Even the score clues the viewer into the fact that something important, perhaps even sacred, is happening in the film. There is original music by John Tavener. Tavener, who is Russian Orthodox creates beautiful music with a decidedly spiritual focus and intent and this is what drives the important scenes in the film. What is striking is how subtle the music is, it doesn't force an acknowledgement of the sacred or holy, but merely invites it--granting the viewer permission to connect in that way.
Of course this is not technically the Saviour of the world, or is it? Most Christians only want people to be saved from going to hell, this saviour is hope for recreation of humanity. The mother, Kee, is African--another "Eve" from the cradle of civilization perhaps? The father is unknown, not the spirit, just one of the faceless men she slept with when she was a prostitute, but the connections can still be made quite easily. Amazingly, it's the future but God is still angry. There are various resistance groups in the film, Renouncers and Resisters and the Fishes (another reference perhaps?) The Resisters are apparently Christian, and while some might argue that it is an easy shot to take, the protesting, the slogans they carry declaring that infertility is God's judgement and punishment ring true, because it is what Christians seem to do time and time again--judge the world and then declare that they are speaking for God.
In this film, the god that seems to be most connected to the situation is not the god of monotheistic faith but rather a Hindu, or 'hinduized'(not a word I know, but you perhaps get my point)version of the sacred--perhaps pointing to the religion few pay close attention to but which is perhaps the one world religion that could truly handle the plurality of a globally interconnected world. Hinduism as a belief system could be viewed as series of intersections for various spiritual ideas to come together and express a bigger picture. There are so many gods in hindusim, in a sense anything can be a god and that allows for different views of the sacred to live together a little easier. Please don't read that necessarily as an endorsement of hindusim (I honestly don't know that much about it and do not wish to speak of it with any sense of expertise or authority) as much as a way of looking at it which explains how it might prove helpful when thinking about how to mediate all the various ways people think about and express their understanding of the sacred.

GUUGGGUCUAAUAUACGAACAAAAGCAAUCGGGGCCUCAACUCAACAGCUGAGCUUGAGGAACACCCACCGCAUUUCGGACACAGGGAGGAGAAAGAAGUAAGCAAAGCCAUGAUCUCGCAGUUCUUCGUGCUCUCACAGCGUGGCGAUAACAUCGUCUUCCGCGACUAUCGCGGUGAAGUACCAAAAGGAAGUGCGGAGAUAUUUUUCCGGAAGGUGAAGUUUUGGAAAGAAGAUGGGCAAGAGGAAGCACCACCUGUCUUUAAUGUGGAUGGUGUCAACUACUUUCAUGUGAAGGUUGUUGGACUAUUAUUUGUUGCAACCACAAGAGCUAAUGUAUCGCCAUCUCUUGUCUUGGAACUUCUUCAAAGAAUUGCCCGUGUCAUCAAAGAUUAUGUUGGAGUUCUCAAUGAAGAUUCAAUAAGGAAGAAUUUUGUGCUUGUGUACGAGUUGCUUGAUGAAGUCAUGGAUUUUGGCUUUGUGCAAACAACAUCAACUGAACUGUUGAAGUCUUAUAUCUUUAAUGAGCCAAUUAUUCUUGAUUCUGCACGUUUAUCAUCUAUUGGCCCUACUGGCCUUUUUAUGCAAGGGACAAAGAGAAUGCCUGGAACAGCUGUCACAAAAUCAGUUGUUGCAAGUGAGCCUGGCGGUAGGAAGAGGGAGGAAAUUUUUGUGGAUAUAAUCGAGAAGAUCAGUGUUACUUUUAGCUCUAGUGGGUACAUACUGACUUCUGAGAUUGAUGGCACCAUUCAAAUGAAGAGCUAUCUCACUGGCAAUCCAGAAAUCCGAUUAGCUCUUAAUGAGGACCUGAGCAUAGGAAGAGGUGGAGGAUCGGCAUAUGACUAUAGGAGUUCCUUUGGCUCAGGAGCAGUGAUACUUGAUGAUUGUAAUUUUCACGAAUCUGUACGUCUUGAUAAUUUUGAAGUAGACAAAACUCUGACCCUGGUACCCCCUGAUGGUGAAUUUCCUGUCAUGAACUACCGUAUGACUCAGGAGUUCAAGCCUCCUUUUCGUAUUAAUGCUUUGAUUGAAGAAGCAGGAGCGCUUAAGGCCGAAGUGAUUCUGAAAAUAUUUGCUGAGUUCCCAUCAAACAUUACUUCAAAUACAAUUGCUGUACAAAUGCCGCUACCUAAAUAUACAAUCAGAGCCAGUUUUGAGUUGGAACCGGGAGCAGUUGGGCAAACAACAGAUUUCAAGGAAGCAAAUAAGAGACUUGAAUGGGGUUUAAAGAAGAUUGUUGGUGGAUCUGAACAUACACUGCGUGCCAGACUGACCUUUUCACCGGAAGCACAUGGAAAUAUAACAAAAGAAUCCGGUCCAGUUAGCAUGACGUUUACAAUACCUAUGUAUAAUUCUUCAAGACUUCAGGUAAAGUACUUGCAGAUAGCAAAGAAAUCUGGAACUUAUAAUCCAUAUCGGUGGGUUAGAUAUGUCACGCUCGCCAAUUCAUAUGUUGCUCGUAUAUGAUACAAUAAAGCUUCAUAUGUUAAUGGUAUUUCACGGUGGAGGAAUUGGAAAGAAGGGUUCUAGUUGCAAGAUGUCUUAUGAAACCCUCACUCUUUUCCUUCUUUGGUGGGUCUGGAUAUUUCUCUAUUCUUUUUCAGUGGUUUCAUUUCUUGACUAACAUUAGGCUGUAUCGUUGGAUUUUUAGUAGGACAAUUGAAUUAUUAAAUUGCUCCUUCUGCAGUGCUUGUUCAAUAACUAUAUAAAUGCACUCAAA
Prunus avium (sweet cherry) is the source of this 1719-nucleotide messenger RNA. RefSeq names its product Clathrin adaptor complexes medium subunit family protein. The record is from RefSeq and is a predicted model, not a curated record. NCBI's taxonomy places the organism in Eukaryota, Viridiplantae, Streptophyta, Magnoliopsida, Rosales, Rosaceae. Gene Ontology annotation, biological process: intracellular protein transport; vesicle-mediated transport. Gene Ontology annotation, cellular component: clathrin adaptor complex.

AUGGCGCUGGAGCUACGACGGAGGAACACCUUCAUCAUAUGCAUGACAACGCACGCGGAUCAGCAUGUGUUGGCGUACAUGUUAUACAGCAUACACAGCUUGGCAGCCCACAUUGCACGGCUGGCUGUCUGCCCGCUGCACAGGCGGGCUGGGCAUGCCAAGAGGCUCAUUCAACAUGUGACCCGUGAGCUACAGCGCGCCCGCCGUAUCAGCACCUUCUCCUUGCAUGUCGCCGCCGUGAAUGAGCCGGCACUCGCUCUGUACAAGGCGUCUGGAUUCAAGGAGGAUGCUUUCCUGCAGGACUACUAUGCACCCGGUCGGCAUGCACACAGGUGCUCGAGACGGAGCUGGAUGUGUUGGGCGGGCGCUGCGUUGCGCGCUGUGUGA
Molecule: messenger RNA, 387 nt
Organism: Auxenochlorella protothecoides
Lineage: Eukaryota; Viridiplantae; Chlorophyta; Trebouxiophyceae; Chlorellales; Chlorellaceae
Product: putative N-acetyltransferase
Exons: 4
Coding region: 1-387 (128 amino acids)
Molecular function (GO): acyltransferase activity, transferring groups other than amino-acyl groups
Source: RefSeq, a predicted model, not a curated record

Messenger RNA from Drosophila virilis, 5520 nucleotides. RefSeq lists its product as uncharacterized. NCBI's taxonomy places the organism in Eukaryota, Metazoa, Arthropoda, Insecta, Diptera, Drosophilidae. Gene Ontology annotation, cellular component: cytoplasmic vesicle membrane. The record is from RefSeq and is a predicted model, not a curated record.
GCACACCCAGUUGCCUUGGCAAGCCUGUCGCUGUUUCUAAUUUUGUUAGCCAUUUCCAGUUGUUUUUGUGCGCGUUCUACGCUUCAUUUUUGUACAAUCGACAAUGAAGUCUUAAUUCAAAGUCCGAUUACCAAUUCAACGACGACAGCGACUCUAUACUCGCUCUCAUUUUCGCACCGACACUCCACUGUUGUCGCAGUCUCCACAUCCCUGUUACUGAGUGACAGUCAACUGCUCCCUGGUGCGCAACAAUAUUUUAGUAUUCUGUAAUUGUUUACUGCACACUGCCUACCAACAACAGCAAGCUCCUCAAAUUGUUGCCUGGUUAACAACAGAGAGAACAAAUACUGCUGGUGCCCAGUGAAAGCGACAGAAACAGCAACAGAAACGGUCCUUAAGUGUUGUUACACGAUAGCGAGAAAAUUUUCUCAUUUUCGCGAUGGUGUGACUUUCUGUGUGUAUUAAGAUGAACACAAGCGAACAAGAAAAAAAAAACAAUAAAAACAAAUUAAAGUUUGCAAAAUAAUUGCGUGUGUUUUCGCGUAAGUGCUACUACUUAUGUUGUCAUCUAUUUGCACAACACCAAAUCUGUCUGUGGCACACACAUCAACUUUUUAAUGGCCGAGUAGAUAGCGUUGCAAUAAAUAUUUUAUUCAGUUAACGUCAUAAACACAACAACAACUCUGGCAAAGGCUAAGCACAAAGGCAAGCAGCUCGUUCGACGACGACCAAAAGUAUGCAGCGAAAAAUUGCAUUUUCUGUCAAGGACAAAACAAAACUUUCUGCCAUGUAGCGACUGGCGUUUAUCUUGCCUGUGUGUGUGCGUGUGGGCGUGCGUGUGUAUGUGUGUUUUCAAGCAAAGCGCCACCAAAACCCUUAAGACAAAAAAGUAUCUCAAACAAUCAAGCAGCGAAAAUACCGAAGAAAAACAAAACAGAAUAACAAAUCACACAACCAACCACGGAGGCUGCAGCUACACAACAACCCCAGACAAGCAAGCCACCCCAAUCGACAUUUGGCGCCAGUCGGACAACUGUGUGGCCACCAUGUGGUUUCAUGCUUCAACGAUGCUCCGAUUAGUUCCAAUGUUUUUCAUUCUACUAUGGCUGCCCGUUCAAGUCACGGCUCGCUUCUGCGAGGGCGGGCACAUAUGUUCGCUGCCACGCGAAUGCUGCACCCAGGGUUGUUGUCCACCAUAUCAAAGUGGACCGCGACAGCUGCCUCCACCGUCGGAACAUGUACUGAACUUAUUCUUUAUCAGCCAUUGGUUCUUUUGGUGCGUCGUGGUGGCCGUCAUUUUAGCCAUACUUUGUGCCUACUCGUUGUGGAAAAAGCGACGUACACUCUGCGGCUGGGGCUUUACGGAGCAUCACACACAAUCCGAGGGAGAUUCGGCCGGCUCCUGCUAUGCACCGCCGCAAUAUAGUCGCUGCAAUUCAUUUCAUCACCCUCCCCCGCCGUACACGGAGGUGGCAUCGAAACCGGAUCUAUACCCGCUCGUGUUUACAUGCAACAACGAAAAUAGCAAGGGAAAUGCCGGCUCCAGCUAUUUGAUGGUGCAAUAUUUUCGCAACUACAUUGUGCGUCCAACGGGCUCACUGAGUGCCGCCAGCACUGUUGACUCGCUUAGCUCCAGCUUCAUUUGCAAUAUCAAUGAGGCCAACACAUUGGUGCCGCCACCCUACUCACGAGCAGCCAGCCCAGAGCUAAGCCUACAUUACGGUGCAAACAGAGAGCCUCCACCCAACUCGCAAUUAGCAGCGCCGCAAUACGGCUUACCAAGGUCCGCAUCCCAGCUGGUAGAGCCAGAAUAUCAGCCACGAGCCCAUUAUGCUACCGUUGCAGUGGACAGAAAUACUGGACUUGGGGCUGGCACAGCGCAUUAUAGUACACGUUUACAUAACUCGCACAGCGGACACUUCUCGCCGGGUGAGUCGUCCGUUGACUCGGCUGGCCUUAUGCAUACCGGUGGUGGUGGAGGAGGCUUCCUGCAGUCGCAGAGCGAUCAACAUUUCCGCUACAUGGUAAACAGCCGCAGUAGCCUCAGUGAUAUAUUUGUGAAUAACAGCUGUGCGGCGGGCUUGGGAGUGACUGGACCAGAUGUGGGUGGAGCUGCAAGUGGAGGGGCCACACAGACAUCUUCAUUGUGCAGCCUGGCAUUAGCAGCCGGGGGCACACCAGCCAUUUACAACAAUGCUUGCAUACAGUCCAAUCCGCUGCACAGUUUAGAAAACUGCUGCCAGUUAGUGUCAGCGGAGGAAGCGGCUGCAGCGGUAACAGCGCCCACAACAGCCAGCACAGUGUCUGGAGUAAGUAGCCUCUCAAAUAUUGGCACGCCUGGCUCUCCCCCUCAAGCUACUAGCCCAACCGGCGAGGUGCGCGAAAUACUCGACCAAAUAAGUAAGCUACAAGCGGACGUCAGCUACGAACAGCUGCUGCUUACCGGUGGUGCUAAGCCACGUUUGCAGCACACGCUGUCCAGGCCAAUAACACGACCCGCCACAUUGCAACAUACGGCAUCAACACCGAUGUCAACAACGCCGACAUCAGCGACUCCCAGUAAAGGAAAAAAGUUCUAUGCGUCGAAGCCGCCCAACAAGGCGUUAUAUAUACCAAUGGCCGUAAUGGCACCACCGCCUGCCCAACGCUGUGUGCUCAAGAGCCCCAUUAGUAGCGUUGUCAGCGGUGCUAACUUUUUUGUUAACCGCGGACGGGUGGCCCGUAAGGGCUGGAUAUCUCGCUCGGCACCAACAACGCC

This understanding of the sacred comes through a couple of key characters in the film, both of whom were formerly part of alternative communities with decidedly anti-institutional postures. Miriam, Kee's companion and a midwife, played by Pam Ferris, and Jasper Palmer, Theo's oldest friend and former political cartoonist, played with great depth by Michael Caine in a definitely unlikely role for him. Jasper lives in the woods in a solar-powered house, growing pot and listening to old music, and basically waiting for a new world. He has one of the film's best gag lines. In the movie, the government provides a number of ways for its citizens to kill themselves if they don't wish to linger in a world on the fast track to desolation. They have a package called Quietus, that provides the means necessary to end it all. "Here we are with government assisted suicide and ganja is still illegal," moans Jasper, as he lights one up for his friend.
The Fishes, led by Theo's ex-wife are trying to smuggle Kee out of the country to connect her with a mythical group of scientists called The Human Project, who are desperately searching for ways to save humanity--this new "Eve" becomes the key to hope. Children of Men is dark and filled with despair but their is a big light at its centre that makes for really good commentary and cinema.
It's Boxing Day something that is completely lost on most Americans. The day after Christmas is back to business as usual for most people here. Sales begin, people return presents they don't want, and that's about it. No bad telly, no bubble and squeak, no visit to your Gran's, no football(thank God for Fox Sports channel here). Oh well, to all who know the beauty of Boxing Day may yours be filled with nothing much--the best gift on B-day.